Last night, KOBANÊ, the newest film of the Rojava Film Commune, had its premiere in Kobani. It must have been amazing to see it right there in the city where the legendary battle against the siege of Daesh took place a couple of years ago. Having seen the film already, at home on my laptop screen, it completed the picture I had of the battle, which I followed from the other side of the border as a journalist. Ax Kobani…
Ax Kobani is the name of a song that often comes to mind when I read about the city or think of those months at the end of 2014 and the first weeks of 2015. I lived in Diyarbakır then, but I spent weeks on end in Suruç, Kobani’s sister city at the Turkish side of the border. From there, both the international press and the Kurdish solidarity movement followed the battle.
The journalists mostly grouped together on ‘press hill’, from where the sight on Kobani was good, while the latter gathered in villages alongside the border to organise solidarity actions. I was running around between the hill and the villages, writing stories and making radio items, and keeping several radio shows in Dutch and English updated on developments.
Of course, the journalists talked to refugees from Kobani too. I will never forget a small family I met who were staying in a house with, if I remember well, another family, wanting for the battle to end so they could return home. The little girl of the family, maybe seven years old, sang me a song that I used in one of the radio items. She had a soft and very clear voice, and she sang a song about the city that was so close but out of reach: ‘Ax Kobani’. A lament – she missed it.
We could only know to a certain extent what was going on in Kobani. We could see which flags were flying where, hated seeing the black one of Daesh on strategic Mistenur Hill, saw YPG and YPJ flags on other points, and when the US started bombing Daesh, we could see where they fell and get some idea of how things were developing. On the Suruç side of the border, people were singing loudly and shouting slogans, hoping the fighters would hear it. Would the fighters be aware of the support? Did they hear it?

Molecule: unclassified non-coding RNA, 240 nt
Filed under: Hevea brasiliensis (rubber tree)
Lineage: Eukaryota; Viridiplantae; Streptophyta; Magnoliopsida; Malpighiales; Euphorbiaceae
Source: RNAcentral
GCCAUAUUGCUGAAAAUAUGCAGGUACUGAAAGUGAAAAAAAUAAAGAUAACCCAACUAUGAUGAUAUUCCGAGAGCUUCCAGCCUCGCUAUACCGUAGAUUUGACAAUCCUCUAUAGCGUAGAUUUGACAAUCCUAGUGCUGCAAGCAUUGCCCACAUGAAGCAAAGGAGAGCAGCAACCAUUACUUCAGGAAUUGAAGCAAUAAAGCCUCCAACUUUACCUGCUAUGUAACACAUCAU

I must admit that I was wondering if any of this would have made it into the film. Maybe in the background as a noise now and then, with somewhere a shot across the border showing what was going on there. A childish, too one-dimensional wish probably, because the film fully focussed on what was happening inside the city. Of course it did: that’s the part of the story we only imagined.
Now, we don’t have to imagine it anymore. KOBANÊ shows how fast the advance of Daesh was suddenly going, how quickly decisions had to be made about how to defend the city, how Turkey’s support for Daesh wasn’t superficial, but really impacted the battle. How brave individual fighters were and how that bravery strengthened the whole fighting force of the YPG and YPJ. The sacrifices, the destruction, the absolute determination not to give up against all odds. The decision to stop being in defence and start attacking, blowing Daesh off their feet.
For me, KOBANÊ helps to complete the picture of those months that still impact developments in Northeast-Syria today. The Kurds had been busy, since 2012, building their autonomous administration, which they rightly consider a revolution, and not losing Kobani to Daesh was of critical importance for the survival of the revolution. That the YPG and YPJ prevailed then, propelled the revolution further into the future. It is still under threat, mostly from Turkey, but standing strong nevertheless, and the confidence was built in Kobani.
The battle was, in other words, not just about a city or a territory, but about an ideology of humanity that absolutely had to prevail over the monstrous, genocidal ideology and practice of Daesh. A force that is female in its core, against one of the most brutal patriarchal forces ever. Femininity prevailed and the film helps to deeply understand that, and makes sure it is never forgotten.
The people in Kobani already know. But that’s exactly why it is so important that the film premiered there. I have talked to the members of the Rojava Film Commune, and know how important they consider it to tell the story from the perspective of the revolution for the people whom the revolution revolves around and who make the revolution. It must have been amazing and profoundly emotional to have been in the cinema hall last night.
Maybe, just maybe the little girl who sang the song to me back in 2014, was in the room – who knows? She must be around 14, 15 years old now. If she sees the film, either in Kobani or where ever she builds her life now, I hope she sees herself reflected in it and that she feels proud. That she feels inspired and knows that she, as a girl, is the future. Ax Kobani.
Fréderike Geerdink is an independent journalist. Follow her on Twitter or subscribe to her acclaimed weekly newsletter Expert Kurdistan.